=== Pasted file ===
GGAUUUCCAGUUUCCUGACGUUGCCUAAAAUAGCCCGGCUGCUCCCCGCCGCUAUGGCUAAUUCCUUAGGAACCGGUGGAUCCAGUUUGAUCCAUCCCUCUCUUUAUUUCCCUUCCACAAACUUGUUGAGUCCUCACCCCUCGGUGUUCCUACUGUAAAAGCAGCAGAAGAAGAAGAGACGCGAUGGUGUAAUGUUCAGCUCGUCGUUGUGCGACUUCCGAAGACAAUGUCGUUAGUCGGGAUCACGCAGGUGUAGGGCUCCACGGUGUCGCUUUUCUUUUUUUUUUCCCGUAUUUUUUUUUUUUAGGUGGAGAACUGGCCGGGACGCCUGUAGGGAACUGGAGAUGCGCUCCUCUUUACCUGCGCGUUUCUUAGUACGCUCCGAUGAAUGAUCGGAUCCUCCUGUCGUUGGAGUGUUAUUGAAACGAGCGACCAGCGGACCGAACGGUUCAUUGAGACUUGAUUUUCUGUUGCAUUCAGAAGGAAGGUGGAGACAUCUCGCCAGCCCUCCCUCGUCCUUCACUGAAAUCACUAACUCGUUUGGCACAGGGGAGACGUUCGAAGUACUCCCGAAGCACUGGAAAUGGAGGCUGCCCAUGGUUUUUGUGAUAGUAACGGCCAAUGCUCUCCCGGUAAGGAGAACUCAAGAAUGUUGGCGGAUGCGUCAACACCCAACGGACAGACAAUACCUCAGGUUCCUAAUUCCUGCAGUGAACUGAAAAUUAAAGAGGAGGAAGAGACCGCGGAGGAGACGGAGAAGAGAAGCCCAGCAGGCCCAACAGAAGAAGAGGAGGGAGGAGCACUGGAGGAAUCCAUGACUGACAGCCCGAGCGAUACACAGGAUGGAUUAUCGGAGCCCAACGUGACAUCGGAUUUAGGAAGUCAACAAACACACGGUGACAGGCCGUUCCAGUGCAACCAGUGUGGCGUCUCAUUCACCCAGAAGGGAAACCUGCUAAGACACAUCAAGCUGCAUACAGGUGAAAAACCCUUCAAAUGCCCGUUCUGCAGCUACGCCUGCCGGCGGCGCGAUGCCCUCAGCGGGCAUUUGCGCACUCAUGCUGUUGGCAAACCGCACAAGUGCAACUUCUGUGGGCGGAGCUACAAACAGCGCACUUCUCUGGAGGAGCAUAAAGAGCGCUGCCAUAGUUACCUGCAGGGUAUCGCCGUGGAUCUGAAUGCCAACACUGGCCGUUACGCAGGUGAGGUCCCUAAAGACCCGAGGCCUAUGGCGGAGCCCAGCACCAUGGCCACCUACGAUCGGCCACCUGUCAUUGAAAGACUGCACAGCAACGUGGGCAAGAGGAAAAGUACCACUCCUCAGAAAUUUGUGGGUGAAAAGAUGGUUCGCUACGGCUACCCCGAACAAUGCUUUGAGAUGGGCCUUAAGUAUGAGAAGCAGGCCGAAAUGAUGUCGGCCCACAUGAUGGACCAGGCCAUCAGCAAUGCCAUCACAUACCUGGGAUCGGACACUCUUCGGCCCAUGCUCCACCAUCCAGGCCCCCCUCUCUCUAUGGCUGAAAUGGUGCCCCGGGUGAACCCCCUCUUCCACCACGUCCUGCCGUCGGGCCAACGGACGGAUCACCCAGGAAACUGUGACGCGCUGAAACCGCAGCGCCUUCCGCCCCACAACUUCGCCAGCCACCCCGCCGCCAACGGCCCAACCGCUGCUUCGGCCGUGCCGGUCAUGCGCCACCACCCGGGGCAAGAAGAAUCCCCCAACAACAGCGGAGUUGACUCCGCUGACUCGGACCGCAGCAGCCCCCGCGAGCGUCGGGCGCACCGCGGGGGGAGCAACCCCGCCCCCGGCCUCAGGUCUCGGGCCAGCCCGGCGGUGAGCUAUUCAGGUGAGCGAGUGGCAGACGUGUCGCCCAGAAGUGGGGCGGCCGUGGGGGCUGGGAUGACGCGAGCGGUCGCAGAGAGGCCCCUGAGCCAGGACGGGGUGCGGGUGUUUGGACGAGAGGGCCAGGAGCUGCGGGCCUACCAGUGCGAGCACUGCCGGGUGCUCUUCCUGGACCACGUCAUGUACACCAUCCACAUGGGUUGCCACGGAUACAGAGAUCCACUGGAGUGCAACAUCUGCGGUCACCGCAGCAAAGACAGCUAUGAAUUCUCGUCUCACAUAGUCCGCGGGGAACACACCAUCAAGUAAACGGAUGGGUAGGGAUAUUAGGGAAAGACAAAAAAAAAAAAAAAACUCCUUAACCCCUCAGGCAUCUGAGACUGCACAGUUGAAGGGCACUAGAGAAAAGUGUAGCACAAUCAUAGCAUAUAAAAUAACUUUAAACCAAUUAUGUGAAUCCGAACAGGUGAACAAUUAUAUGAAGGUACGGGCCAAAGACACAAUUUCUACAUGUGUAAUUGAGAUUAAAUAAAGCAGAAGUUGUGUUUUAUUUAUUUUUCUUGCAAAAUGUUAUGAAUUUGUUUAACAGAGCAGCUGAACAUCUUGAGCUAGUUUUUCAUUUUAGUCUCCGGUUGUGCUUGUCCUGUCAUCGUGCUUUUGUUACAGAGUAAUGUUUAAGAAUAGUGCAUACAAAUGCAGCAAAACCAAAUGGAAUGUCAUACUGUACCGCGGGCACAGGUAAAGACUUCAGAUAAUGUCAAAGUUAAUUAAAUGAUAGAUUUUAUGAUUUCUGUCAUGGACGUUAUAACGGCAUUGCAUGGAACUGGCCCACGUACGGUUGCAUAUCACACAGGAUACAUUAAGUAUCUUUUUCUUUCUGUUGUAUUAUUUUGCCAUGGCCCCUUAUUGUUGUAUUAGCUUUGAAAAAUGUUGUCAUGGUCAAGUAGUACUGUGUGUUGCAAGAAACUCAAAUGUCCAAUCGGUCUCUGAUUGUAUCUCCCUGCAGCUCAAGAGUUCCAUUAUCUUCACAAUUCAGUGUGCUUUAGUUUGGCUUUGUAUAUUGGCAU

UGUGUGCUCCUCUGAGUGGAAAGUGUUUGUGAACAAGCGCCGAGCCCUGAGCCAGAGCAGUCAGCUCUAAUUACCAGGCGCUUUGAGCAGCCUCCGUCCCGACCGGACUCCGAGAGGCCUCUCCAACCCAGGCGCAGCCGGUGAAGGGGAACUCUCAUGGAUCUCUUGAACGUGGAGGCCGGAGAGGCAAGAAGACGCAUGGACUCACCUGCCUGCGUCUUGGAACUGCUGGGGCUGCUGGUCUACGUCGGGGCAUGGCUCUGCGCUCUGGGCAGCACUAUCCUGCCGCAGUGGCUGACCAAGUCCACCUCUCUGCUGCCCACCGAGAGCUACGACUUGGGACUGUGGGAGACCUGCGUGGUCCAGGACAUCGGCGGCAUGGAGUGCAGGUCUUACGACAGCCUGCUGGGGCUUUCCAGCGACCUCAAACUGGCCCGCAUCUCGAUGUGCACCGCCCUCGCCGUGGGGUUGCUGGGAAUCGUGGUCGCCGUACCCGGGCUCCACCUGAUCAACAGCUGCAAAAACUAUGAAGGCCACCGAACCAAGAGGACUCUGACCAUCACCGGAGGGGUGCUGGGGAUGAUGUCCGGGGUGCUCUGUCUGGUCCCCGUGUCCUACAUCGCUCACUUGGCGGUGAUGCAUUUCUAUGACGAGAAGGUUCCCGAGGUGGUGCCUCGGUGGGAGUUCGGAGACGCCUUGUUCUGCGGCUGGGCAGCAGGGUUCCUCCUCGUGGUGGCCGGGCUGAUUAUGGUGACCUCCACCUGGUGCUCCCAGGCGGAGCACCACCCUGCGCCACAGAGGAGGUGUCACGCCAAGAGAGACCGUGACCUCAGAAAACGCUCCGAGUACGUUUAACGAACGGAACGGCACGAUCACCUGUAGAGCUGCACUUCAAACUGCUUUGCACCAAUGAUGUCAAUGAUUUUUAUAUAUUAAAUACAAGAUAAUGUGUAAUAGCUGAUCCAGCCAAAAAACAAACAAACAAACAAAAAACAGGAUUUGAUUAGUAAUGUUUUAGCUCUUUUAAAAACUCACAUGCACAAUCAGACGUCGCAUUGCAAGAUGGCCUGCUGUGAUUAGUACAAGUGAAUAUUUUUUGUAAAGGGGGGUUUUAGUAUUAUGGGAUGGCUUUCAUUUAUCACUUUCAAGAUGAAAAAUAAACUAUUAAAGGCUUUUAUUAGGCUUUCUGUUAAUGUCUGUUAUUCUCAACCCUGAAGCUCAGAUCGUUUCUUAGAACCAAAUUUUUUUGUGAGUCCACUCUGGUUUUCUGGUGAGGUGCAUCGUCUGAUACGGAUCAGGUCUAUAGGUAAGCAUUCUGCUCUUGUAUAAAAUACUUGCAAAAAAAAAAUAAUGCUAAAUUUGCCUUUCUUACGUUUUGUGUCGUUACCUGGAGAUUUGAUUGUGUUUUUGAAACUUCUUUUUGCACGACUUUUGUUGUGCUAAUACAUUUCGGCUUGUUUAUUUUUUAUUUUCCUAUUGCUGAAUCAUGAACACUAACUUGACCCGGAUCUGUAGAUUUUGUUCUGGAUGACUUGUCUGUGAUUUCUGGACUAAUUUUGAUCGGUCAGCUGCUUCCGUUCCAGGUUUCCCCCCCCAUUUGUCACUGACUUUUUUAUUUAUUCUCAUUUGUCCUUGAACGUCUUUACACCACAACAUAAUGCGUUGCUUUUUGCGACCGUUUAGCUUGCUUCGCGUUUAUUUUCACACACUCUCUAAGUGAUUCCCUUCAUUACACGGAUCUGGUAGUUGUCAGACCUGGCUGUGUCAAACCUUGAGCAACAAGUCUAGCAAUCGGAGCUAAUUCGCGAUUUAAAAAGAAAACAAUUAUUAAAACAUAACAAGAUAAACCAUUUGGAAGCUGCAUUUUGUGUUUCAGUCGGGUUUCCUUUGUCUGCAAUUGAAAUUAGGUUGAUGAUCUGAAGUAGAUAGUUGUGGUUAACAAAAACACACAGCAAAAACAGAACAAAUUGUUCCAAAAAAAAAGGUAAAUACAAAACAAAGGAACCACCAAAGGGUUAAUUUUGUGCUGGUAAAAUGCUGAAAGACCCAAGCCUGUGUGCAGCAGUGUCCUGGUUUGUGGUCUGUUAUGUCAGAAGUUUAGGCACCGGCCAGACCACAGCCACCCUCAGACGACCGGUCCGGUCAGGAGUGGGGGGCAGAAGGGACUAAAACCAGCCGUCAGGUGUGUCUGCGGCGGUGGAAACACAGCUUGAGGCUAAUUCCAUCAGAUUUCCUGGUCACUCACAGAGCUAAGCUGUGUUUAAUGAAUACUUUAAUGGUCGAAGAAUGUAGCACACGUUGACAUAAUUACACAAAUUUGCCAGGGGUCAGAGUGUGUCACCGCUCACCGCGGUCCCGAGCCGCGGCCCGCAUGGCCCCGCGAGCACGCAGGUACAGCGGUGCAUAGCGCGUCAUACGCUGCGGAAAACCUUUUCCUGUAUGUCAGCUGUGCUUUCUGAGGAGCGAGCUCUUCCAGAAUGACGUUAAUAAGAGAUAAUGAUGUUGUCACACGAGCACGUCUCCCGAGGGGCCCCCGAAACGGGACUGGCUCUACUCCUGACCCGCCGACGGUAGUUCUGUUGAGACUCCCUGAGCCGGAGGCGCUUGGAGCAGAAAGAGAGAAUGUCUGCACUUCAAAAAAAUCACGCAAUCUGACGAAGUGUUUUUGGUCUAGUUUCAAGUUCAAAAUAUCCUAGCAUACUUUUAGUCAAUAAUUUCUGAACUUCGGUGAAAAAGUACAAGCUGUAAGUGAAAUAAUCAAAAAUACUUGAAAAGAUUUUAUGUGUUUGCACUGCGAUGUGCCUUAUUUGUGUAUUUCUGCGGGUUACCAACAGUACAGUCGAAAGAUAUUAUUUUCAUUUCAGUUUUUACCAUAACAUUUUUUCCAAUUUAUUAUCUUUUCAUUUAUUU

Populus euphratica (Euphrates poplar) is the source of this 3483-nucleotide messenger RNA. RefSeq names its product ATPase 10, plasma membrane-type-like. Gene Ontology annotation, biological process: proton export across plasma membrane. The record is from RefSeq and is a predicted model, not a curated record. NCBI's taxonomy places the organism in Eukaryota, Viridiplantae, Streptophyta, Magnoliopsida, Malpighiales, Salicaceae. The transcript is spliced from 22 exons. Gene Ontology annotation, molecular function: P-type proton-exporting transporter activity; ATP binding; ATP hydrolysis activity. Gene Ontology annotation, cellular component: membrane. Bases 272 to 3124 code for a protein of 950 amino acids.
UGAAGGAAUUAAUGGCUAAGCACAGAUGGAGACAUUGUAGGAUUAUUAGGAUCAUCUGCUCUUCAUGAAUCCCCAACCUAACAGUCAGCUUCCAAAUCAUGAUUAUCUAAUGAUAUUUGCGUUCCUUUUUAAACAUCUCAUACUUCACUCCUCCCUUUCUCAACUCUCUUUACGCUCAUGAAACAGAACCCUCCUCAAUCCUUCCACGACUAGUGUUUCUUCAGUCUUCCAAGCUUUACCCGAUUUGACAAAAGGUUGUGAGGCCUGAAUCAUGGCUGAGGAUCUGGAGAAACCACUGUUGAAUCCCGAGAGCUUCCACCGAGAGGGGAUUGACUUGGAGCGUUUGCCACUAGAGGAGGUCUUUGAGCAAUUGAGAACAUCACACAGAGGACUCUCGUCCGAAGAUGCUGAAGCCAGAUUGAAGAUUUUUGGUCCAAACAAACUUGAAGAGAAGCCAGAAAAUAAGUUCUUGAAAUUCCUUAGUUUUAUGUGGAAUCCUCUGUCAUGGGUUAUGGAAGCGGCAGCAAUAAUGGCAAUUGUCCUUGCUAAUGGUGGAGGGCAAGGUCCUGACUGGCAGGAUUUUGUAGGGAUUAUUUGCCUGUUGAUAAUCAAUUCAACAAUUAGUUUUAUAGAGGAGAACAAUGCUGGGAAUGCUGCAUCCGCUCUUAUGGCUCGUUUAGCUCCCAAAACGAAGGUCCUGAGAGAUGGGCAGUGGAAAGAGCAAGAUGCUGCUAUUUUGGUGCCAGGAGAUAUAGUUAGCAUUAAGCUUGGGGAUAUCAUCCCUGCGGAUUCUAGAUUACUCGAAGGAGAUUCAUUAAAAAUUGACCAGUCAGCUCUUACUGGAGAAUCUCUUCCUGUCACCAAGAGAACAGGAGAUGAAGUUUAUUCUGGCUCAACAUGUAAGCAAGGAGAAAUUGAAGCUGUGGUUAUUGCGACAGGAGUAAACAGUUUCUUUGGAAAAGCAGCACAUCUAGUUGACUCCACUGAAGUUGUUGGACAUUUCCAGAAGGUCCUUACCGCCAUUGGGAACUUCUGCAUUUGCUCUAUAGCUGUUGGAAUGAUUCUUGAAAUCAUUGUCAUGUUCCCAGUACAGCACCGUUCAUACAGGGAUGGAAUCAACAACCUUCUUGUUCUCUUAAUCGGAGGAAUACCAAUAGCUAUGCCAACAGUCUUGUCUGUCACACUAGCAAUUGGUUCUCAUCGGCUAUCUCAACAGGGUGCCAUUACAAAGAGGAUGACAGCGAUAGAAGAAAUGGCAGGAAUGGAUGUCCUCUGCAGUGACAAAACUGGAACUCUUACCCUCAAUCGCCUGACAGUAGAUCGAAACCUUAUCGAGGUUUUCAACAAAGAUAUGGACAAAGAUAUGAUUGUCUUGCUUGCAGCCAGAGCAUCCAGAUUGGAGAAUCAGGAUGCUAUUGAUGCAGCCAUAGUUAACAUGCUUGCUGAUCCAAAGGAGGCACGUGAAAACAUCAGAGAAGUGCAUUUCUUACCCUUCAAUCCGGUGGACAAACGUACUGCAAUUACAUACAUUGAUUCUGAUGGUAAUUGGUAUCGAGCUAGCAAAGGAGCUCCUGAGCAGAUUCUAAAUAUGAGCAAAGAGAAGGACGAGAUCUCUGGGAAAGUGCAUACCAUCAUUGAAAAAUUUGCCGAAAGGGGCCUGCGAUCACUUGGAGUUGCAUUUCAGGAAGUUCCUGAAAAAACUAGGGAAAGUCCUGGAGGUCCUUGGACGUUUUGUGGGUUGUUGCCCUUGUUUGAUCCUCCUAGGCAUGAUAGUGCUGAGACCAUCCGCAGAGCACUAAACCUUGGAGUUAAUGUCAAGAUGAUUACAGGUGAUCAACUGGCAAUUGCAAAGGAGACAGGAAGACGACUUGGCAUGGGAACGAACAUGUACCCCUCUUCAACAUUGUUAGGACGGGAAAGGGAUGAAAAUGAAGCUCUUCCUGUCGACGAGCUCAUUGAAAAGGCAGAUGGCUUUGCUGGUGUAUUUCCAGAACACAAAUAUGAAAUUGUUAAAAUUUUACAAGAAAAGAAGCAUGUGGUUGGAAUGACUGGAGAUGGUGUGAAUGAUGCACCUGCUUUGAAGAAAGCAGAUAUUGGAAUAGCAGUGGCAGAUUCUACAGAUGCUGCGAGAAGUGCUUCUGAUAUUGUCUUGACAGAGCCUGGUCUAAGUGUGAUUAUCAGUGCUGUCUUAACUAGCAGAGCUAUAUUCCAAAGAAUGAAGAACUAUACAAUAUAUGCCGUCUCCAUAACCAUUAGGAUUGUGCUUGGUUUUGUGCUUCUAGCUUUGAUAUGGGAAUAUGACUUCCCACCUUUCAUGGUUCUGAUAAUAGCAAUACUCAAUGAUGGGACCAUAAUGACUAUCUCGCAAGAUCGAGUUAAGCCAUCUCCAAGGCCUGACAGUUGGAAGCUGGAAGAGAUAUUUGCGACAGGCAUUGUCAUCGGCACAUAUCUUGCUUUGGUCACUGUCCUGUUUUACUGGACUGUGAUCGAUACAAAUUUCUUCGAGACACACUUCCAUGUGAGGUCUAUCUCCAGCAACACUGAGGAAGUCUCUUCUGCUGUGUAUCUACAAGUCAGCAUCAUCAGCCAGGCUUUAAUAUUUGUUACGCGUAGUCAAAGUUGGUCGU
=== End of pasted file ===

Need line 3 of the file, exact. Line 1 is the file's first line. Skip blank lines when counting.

Populus euphratica (Euphrates poplar) is the source of this 3483-nucleotide messenger RNA. RefSeq names its product ATPase 10, plasma membrane-type-like. Gene Ontology annotation, biological process: proton export across plasma membrane. The record is from RefSeq and is a predicted model, not a curated record. NCBI's taxonomy places the organism in Eukaryota, Viridiplantae, Streptophyta, Magnoliopsida, Malpighiales, Salicaceae. The transcript is spliced from 22 exons. Gene Ontology annotation, molecular function: P-type proton-exporting transporter activity; ATP binding; ATP hydrolysis activity. Gene Ontology annotation, cellular component: membrane. Bases 272 to 3124 code for a protein of 950 amino acids.